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November 19 is International Men's Day  RSS feed

 
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I just spotted this:



Today!

I would like to thank my grandad, who took in a rather broken boy and demonstrated decency:




Thanks to the internet, I have slowly learned several interesting things.   A lot of people might not know that the draft is still going strong.   And when you are male and 18, you have to sign up .... or else.  I'm not sure how we balance things, gender-wise, with the draft.  But in the last ten years I have met more than a dozen people that have flatly stated that there is no draft anymore - so I guess this is a tiny permies PSA:  hey, did you know that the draft is still a thing?


I think one issue I would like to see some serious studies on is this one:



I am curious about the "why" behind the disparity.



And then I saw this this morning:



So google has never made a men's day doodle, but has made lots for women's day.   This bit of information made me a little sad.   I kinda feel like a bit of equality would be nice.  It would be nice to get a bit of attention to the suicide rate thing.  


 
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Thanks for pointing this out Paul. I had no idea.

In our zeal to identify and combat toxic masculinity, we do risk forgetting to take the time to think about, articulate, honor and exemplify what it means to be a man today.

I appreciate your comment about your grandpa. I think of my first boss who trained me in construction--and also in how to be thoughtful, honest, courageous, loving, and strong. Really strong!
 
paul wheaton
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Nathanael Szobody wrote:toxic masculinity



I hope that the hunt for toxic masculinity is tempered so that the stink eye is sent just to the very few examples of it.
 
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I don't think there is any such thing as toxic masculinity. There are assholes. Then there are the majority of fine men choosing to not stand up for themselves.

Here's to the few who have the courage to say more than BOO!

Yay for real men!
 
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I like to think of assholes simply as people who care exclusively about their own shit, right up until it leaves them.

I think there is such a thing as toxic masculinity. I mean, excessive machismo overriding intellect has historically been a great way to earn onesself a Darwin Award.

I think it's important to acknowledge that some of what boys have historically been taught about the role of men in the household and in life has been detrimental to society as a whole, in that it has historically resulted in the subjugation of about half of the world's population, until fairly recently, meaning less overall productivity, and the obviation of academic intelligence in women as an evolutionary bonus, which has dumbed our species down as a whole.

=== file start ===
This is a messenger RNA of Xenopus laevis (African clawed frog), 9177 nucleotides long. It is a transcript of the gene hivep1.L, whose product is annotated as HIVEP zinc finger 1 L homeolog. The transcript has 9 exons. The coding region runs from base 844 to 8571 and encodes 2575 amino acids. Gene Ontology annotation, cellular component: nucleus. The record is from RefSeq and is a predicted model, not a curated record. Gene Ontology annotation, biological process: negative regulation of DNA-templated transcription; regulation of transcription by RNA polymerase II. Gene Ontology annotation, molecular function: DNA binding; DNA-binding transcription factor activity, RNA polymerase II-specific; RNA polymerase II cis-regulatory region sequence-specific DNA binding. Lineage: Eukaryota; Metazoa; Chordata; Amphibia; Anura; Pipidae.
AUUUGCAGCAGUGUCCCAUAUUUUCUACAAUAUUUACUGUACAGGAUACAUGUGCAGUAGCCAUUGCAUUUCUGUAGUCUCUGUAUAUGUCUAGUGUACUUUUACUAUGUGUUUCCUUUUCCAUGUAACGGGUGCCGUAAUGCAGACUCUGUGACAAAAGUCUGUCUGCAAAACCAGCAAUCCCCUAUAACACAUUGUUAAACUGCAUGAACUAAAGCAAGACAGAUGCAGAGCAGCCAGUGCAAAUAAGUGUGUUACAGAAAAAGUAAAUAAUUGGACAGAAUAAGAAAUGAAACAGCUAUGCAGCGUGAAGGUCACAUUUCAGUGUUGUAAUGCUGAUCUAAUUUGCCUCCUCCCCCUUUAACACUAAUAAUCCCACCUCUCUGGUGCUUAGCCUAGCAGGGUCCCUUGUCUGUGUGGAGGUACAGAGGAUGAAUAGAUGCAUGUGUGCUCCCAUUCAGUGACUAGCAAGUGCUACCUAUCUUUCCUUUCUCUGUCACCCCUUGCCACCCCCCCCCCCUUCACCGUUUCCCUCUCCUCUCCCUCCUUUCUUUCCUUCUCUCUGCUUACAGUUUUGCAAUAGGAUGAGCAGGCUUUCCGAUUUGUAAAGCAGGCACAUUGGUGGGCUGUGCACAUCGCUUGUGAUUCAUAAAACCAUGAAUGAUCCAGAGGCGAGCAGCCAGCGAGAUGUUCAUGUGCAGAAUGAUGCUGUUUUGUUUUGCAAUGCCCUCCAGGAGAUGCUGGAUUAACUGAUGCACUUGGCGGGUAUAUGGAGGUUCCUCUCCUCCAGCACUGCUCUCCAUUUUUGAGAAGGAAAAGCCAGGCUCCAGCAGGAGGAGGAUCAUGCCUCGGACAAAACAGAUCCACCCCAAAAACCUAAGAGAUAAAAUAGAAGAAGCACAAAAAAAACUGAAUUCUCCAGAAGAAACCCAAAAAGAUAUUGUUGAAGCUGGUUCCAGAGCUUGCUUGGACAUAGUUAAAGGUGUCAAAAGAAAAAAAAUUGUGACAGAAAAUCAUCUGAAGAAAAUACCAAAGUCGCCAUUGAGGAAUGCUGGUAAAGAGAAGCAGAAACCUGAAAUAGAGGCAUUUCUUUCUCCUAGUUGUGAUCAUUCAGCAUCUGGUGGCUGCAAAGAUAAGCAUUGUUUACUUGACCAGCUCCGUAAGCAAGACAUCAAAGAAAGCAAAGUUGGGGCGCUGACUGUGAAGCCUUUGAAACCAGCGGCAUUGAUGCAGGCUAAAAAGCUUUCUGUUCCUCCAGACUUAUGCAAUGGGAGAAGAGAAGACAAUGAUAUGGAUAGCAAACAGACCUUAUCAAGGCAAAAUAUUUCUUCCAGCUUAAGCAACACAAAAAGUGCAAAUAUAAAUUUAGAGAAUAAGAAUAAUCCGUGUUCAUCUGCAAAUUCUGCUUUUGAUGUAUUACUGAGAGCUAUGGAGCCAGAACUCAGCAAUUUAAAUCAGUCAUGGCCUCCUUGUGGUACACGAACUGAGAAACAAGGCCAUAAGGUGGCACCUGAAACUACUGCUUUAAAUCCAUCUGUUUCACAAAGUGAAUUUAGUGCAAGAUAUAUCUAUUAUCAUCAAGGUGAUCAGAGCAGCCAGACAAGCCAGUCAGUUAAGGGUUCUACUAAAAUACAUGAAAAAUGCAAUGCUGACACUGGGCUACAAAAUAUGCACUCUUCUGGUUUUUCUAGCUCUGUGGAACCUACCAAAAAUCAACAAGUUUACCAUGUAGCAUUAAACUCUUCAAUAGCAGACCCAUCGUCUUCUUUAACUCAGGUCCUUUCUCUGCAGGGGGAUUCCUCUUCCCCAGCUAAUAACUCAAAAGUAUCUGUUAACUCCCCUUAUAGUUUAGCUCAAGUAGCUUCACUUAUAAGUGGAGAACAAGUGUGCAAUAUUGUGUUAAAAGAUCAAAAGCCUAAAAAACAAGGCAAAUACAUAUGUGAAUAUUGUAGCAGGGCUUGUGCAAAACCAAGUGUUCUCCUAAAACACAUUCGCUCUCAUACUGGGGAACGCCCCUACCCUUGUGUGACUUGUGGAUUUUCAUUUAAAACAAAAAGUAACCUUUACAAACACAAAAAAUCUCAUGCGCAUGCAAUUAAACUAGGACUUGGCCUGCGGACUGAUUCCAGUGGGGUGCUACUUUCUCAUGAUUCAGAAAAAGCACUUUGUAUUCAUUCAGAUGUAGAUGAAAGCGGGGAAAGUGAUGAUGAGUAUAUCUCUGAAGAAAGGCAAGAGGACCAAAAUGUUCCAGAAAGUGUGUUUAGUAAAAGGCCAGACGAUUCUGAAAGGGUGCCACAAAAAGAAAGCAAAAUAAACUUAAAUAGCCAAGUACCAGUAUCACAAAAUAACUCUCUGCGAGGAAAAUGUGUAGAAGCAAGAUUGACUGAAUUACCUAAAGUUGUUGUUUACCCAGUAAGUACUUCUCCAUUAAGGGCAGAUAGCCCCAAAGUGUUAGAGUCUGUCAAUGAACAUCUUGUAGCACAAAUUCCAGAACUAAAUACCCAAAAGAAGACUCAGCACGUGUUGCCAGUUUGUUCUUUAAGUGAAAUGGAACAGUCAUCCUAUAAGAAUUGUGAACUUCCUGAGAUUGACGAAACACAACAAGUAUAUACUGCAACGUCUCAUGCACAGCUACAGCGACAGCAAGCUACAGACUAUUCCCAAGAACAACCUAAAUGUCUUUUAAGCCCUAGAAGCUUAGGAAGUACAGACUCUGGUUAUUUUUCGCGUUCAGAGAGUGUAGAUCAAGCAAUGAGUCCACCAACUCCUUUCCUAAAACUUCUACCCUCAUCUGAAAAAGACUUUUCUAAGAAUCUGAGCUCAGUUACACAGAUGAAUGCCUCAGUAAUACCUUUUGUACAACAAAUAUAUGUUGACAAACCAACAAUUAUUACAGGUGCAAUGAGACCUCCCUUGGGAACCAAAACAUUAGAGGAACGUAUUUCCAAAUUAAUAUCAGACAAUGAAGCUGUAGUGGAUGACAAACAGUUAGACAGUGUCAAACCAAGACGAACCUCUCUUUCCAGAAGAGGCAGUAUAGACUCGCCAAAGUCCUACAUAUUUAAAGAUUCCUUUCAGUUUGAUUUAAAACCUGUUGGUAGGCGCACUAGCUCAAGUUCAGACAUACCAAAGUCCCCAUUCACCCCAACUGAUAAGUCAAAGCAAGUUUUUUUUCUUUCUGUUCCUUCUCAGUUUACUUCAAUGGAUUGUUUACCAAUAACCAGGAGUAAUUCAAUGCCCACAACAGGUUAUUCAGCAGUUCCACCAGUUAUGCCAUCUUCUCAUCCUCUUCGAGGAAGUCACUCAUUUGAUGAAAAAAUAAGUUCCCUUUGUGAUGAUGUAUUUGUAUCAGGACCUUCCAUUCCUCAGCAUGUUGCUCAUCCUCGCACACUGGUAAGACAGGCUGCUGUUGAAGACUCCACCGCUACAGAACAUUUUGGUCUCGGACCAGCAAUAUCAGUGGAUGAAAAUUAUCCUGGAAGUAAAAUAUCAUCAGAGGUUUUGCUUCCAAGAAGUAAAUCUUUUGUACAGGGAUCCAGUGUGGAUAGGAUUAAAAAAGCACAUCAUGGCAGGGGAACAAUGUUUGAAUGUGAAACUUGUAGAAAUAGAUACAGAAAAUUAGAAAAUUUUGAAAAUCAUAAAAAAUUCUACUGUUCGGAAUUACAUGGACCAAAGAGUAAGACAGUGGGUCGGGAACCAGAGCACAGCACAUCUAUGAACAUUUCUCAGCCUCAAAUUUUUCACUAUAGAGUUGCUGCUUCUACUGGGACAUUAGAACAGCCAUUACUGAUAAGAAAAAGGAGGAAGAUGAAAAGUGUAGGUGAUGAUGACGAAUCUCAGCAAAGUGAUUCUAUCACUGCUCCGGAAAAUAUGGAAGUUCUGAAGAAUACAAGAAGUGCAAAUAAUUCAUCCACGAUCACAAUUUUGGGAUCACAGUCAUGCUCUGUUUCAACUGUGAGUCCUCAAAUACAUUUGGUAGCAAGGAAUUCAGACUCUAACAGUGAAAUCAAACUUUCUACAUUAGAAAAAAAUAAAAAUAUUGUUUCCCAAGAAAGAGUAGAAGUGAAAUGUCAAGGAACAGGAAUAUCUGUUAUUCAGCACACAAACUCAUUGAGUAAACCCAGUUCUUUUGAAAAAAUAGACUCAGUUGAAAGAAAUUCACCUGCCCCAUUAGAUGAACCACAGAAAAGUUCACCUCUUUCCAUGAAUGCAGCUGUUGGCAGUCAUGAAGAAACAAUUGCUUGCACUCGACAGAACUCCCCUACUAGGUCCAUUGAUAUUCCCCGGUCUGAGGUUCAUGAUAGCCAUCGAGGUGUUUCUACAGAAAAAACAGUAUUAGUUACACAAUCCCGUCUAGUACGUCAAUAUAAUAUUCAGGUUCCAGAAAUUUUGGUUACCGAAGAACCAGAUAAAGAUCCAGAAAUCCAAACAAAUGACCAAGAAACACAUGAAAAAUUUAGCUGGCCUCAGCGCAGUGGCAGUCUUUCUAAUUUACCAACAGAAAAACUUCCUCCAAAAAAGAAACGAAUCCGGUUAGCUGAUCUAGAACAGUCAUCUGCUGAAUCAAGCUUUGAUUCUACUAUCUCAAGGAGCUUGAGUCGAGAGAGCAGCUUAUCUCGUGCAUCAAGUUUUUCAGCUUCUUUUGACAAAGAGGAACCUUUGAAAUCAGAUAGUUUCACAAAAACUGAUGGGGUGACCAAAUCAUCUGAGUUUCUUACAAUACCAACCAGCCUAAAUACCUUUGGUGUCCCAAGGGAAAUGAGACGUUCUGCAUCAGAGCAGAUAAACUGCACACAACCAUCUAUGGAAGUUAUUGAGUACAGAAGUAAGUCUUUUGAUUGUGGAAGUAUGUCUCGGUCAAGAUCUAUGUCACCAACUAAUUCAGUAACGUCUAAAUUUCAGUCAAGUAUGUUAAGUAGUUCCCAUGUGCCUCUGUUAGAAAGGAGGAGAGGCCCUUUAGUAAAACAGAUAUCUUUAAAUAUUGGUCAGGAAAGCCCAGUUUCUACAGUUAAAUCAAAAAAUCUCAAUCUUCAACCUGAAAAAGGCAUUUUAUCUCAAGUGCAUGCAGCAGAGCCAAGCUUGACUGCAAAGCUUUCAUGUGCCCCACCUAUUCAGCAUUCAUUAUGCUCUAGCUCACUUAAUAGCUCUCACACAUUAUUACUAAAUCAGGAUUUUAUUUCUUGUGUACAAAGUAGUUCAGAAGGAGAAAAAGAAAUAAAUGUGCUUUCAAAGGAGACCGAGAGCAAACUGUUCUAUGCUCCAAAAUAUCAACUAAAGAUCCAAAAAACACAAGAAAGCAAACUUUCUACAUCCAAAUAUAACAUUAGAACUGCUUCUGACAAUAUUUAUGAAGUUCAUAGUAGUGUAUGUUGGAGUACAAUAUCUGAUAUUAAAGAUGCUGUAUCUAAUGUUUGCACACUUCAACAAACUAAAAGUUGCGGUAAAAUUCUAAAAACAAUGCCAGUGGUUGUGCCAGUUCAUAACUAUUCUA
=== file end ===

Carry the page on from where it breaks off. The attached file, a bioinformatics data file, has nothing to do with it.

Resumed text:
That said, I don't think that the issue of transitioning from the archetype of hard-working breadwinner who comes home to relax while the wifey keeps the house and the children and everything else has been handled very well in Western society, and I think that might be part of the problem.

I don't think anybody enjoys being compared to Homer Simpson or Peter Griffin, but if you look at entertainment media, how many TV dads aren't bumbling idiots of one stripe or another? This goes back to Bill Cosby (don't get me started), who played a doctor, but whose best comedy was often related to brainless selfishness. Or maybe we should look at Archie Bunker?

I think it is due to a collective male identity crisis of sorts. We're being told constantly that the historical norms were discriminatory, unfair, and wrong, and most can get on board with that, but where are the positive examples we should turn to?

I would love to be a stay-at-farm dad, with a papoose on my back and children old enough helping at farm tasks while their mother blows glass and engraves. I am comfortable and secure in my own identity, but obviously it is more of a struggle for some.

It's a shame that people seem to feel incapable of addressing this issue without being insulting to efforts for gender equality, which to me seems to miss the point. The argument gets polarised, as everything else seems to do these days, and suddenly, if you express concern over the plight of men, you're guilty of oppressing women. Likewise, if we push for greater gender equality, well, that must come at the expense of the male identity, mustn't it, and so there are interested parties against it.

This all misses the mark, in my opinion. I think it's a collective identity crisis. We're too attached to our labels and how they define us, and so when the foundations of those labels are attacked, we defend them.

I think what it means to be a man should be redefined along recognisable lines, to make virtues of productivity, creativity, flexibility, learning, and knowledge. This is not an exhaustive list by any means. But I think that the way to improve the plight of men is to redefine what we actually want and need to be in the view of changing perceptions of our roles, and take steps to make ourselves those things.

-CK
 
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